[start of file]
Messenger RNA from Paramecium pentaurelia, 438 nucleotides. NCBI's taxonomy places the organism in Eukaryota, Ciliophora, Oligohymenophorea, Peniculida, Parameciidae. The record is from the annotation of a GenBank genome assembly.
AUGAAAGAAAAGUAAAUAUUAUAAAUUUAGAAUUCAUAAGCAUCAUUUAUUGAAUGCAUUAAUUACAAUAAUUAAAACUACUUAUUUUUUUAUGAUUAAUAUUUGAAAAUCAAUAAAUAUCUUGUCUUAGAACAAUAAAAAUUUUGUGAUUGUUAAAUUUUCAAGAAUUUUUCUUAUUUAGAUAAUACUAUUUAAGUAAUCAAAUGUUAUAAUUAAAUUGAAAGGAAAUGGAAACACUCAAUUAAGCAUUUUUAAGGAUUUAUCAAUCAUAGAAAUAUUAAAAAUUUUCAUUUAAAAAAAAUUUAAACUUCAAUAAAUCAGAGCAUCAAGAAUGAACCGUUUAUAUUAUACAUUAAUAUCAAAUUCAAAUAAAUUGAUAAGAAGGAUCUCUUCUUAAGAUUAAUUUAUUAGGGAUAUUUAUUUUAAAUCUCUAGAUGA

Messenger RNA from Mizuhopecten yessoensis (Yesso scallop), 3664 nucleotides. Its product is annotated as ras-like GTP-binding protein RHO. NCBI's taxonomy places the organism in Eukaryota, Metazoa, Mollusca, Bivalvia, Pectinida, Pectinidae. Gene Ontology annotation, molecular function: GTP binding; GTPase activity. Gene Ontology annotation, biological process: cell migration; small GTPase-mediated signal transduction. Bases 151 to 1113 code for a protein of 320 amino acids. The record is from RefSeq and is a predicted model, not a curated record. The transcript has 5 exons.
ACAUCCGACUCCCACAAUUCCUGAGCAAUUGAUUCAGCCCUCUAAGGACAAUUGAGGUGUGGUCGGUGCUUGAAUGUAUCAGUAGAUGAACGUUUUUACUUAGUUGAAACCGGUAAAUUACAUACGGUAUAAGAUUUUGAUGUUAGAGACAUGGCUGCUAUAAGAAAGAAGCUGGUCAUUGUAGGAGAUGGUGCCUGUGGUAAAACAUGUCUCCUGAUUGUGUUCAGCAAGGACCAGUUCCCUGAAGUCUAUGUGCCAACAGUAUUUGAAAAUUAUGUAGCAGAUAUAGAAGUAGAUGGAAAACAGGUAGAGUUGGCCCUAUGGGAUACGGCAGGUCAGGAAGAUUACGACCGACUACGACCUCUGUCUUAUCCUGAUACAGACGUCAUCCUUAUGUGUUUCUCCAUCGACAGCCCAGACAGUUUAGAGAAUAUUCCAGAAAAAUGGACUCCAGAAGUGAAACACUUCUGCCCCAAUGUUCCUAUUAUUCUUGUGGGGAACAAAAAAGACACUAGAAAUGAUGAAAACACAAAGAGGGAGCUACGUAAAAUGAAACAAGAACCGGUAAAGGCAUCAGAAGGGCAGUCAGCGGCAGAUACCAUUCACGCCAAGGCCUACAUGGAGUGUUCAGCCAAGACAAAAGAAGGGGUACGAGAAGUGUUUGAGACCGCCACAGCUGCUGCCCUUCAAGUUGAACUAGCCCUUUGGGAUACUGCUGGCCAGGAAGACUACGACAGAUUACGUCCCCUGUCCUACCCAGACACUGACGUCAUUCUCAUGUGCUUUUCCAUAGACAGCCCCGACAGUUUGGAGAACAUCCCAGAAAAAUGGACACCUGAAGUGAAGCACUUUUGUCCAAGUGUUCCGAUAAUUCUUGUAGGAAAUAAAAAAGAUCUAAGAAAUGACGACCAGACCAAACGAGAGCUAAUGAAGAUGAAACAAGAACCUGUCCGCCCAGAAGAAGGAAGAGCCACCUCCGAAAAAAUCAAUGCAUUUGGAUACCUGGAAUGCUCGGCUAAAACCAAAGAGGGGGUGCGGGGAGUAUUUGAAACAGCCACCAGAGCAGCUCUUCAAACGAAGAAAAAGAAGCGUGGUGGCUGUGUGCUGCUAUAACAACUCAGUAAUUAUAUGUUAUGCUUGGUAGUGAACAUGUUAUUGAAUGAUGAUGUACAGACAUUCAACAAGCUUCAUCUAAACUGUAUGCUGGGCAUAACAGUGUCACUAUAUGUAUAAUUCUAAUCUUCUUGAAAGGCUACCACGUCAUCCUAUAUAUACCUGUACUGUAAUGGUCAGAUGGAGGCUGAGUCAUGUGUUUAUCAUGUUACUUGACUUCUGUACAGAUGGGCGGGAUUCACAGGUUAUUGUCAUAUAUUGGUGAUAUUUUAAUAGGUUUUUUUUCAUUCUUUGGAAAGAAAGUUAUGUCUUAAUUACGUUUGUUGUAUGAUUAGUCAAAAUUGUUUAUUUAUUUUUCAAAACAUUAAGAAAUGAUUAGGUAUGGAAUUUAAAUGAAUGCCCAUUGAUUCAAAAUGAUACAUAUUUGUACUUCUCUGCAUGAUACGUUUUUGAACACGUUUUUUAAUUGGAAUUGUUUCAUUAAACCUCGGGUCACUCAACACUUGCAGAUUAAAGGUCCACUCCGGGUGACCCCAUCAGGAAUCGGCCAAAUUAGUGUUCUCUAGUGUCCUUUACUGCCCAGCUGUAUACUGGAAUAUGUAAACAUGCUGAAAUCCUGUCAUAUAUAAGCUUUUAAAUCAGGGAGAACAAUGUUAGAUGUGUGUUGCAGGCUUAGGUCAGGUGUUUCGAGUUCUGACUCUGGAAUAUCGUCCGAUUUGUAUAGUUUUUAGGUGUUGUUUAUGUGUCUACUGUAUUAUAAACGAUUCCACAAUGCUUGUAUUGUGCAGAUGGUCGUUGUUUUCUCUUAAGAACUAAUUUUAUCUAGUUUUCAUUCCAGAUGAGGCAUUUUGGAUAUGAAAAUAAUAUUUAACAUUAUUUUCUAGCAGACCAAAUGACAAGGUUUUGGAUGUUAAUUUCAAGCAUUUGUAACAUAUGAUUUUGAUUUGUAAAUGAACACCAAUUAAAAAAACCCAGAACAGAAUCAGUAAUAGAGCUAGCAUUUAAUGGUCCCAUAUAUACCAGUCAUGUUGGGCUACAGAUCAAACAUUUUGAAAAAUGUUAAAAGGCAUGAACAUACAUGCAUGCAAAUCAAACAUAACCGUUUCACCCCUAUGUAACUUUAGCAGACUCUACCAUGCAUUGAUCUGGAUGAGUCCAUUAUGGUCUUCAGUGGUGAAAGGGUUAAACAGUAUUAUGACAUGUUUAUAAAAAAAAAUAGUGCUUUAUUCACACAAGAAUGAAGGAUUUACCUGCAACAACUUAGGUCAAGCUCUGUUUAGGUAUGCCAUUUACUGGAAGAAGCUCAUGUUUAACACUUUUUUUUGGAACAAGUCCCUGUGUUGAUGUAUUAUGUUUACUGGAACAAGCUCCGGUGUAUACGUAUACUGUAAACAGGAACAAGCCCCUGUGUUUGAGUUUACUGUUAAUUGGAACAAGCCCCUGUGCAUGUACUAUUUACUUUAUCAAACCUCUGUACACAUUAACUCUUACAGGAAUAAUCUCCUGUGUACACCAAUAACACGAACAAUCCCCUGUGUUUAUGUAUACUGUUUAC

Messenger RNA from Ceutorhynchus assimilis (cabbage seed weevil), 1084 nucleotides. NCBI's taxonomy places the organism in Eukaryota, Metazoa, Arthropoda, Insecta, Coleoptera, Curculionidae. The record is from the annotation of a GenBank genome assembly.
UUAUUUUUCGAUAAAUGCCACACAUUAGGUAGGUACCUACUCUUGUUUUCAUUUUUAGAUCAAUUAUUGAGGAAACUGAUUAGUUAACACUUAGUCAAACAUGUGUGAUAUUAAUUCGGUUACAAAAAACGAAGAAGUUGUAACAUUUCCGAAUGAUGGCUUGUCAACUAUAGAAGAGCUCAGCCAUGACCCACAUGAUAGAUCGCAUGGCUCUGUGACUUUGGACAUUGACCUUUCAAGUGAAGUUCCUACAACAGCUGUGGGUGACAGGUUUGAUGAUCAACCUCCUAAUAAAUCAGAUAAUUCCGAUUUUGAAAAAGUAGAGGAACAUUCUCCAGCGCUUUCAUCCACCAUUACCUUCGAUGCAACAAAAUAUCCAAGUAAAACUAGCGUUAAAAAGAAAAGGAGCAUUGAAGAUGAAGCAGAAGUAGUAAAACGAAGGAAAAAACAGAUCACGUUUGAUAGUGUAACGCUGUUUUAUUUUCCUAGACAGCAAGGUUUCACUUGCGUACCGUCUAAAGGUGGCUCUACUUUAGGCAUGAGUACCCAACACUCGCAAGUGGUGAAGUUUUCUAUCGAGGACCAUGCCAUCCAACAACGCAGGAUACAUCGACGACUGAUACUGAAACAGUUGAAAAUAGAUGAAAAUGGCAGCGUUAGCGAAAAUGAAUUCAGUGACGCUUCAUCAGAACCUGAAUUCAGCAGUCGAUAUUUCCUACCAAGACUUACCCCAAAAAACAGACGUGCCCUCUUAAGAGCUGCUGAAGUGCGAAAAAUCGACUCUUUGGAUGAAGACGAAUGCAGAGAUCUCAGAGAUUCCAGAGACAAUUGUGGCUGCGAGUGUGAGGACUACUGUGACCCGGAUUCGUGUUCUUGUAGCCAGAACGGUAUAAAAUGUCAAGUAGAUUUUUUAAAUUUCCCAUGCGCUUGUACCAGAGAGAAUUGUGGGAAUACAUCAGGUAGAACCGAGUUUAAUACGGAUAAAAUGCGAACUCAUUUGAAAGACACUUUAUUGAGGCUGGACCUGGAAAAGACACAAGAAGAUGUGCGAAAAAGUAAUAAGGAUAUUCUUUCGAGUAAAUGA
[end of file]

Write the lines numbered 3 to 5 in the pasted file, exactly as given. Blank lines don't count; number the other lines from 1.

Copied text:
Messenger RNA from Mizuhopecten yessoensis (Yesso scallop), 3664 nucleotides. Its product is annotated as ras-like GTP-binding protein RHO. NCBI's taxonomy places the organism in Eukaryota, Metazoa, Mollusca, Bivalvia, Pectinida, Pectinidae. Gene Ontology annotation, molecular function: GTP binding; GTPase activity. Gene Ontology annotation, biological process: cell migration; small GTPase-mediated signal transduction. Bases 151 to 1113 code for a protein of 320 amino acids. The record is from RefSeq and is a predicted model, not a curated record. The transcript has 5 exons.
ACAUCCGACUCCCACAAUUCCUGAGCAAUUGAUUCAGCCCUCUAAGGACAAUUGAGGUGUGGUCGGUGCUUGAAUGUAUCAGUAGAUGAACGUUUUUACUUAGUUGAAACCGGUAAAUUACAUACGGUAUAAGAUUUUGAUGUUAGAGACAUGGCUGCUAUAAGAAAGAAGCUGGUCAUUGUAGGAGAUGGUGCCUGUGGUAAAACAUGUCUCCUGAUUGUGUUCAGCAAGGACCAGUUCCCUGAAGUCUAUGUGCCAACAGUAUUUGAAAAUUAUGUAGCAGAUAUAGAAGUAGAUGGAAAACAGGUAGAGUUGGCCCUAUGGGAUACGGCAGGUCAGGAAGAUUACGACCGACUACGACCUCUGUCUUAUCCUGAUACAGACGUCAUCCUUAUGUGUUUCUCCAUCGACAGCCCAGACAGUUUAGAGAAUAUUCCAGAAAAAUGGACUCCAGAAGUGAAACACUUCUGCCCCAAUGUUCCUAUUAUUCUUGUGGGGAACAAAAAAGACACUAGAAAUGAUGAAAACACAAAGAGGGAGCUACGUAAAAUGAAACAAGAACCGGUAAAGGCAUCAGAAGGGCAGUCAGCGGCAGAUACCAUUCACGCCAAGGCCUACAUGGAGUGUUCAGCCAAGACAAAAGAAGGGGUACGAGAAGUGUUUGAGACCGCCACAGCUGCUGCCCUUCAAGUUGAACUAGCCCUUUGGGAUACUGCUGGCCAGGAAGACUACGACAGAUUACGUCCCCUGUCCUACCCAGACACUGACGUCAUUCUCAUGUGCUUUUCCAUAGACAGCCCCGACAGUUUGGAGAACAUCCCAGAAAAAUGGACACCUGAAGUGAAGCACUUUUGUCCAAGUGUUCCGAUAAUUCUUGUAGGAAAUAAAAAAGAUCUAAGAAAUGACGACCAGACCAAACGAGAGCUAAUGAAGAUGAAACAAGAACCUGUCCGCCCAGAAGAAGGAAGAGCCACCUCCGAAAAAAUCAAUGCAUUUGGAUACCUGGAAUGCUCGGCUAAAACCAAAGAGGGGGUGCGGGGAGUAUUUGAAACAGCCACCAGAGCAGCUCUUCAAACGAAGAAAAAGAAGCGUGGUGGCUGUGUGCUGCUAUAACAACUCAGUAAUUAUAUGUUAUGCUUGGUAGUGAACAUGUUAUUGAAUGAUGAUGUACAGACAUUCAACAAGCUUCAUCUAAACUGUAUGCUGGGCAUAACAGUGUCACUAUAUGUAUAAUUCUAAUCUUCUUGAAAGGCUACCACGUCAUCCUAUAUAUACCUGUACUGUAAUGGUCAGAUGGAGGCUGAGUCAUGUGUUUAUCAUGUUACUUGACUUCUGUACAGAUGGGCGGGAUUCACAGGUUAUUGUCAUAUAUUGGUGAUAUUUUAAUAGGUUUUUUUUCAUUCUUUGGAAAGAAAGUUAUGUCUUAAUUACGUUUGUUGUAUGAUUAGUCAAAAUUGUUUAUUUAUUUUUCAAAACAUUAAGAAAUGAUUAGGUAUGGAAUUUAAAUGAAUGCCCAUUGAUUCAAAAUGAUACAUAUUUGUACUUCUCUGCAUGAUACGUUUUUGAACACGUUUUUUAAUUGGAAUUGUUUCAUUAAACCUCGGGUCACUCAACACUUGCAGAUUAAAGGUCCACUCCGGGUGACCCCAUCAGGAAUCGGCCAAAUUAGUGUUCUCUAGUGUCCUUUACUGCCCAGCUGUAUACUGGAAUAUGUAAACAUGCUGAAAUCCUGUCAUAUAUAAGCUUUUAAAUCAGGGAGAACAAUGUUAGAUGUGUGUUGCAGGCUUAGGUCAGGUGUUUCGAGUUCUGACUCUGGAAUAUCGUCCGAUUUGUAUAGUUUUUAGGUGUUGUUUAUGUGUCUACUGUAUUAUAAACGAUUCCACAAUGCUUGUAUUGUGCAGAUGGUCGUUGUUUUCUCUUAAGAACUAAUUUUAUCUAGUUUUCAUUCCAGAUGAGGCAUUUUGGAUAUGAAAAUAAUAUUUAACAUUAUUUUCUAGCAGACCAAAUGACAAGGUUUUGGAUGUUAAUUUCAAGCAUUUGUAACAUAUGAUUUUGAUUUGUAAAUGAACACCAAUUAAAAAAACCCAGAACAGAAUCAGUAAUAGAGCUAGCAUUUAAUGGUCCCAUAUAUACCAGUCAUGUUGGGCUACAGAUCAAACAUUUUGAAAAAUGUUAAAAGGCAUGAACAUACAUGCAUGCAAAUCAAACAUAACCGUUUCACCCCUAUGUAACUUUAGCAGACUCUACCAUGCAUUGAUCUGGAUGAGUCCAUUAUGGUCUUCAGUGGUGAAAGGGUUAAACAGUAUUAUGACAUGUUUAUAAAAAAAAAUAGUGCUUUAUUCACACAAGAAUGAAGGAUUUACCUGCAACAACUUAGGUCAAGCUCUGUUUAGGUAUGCCAUUUACUGGAAGAAGCUCAUGUUUAACACUUUUUUUUGGAACAAGUCCCUGUGUUGAUGUAUUAUGUUUACUGGAACAAGCUCCGGUGUAUACGUAUACUGUAAACAGGAACAAGCCCCUGUGUUUGAGUUUACUGUUAAUUGGAACAAGCCCCUGUGCAUGUACUAUUUACUUUAUCAAACCUCUGUACACAUUAACUCUUACAGGAAUAAUCUCCUGUGUACACCAAUAACACGAACAAUCCCCUGUGUUUAUGUAUACUGUUUAC

Messenger RNA from Ceutorhynchus assimilis (cabbage seed weevil), 1084 nucleotides. NCBI's taxonomy places the organism in Eukaryota, Metazoa, Arthropoda, Insecta, Coleoptera, Curculionidae. The record is from the annotation of a GenBank genome assembly.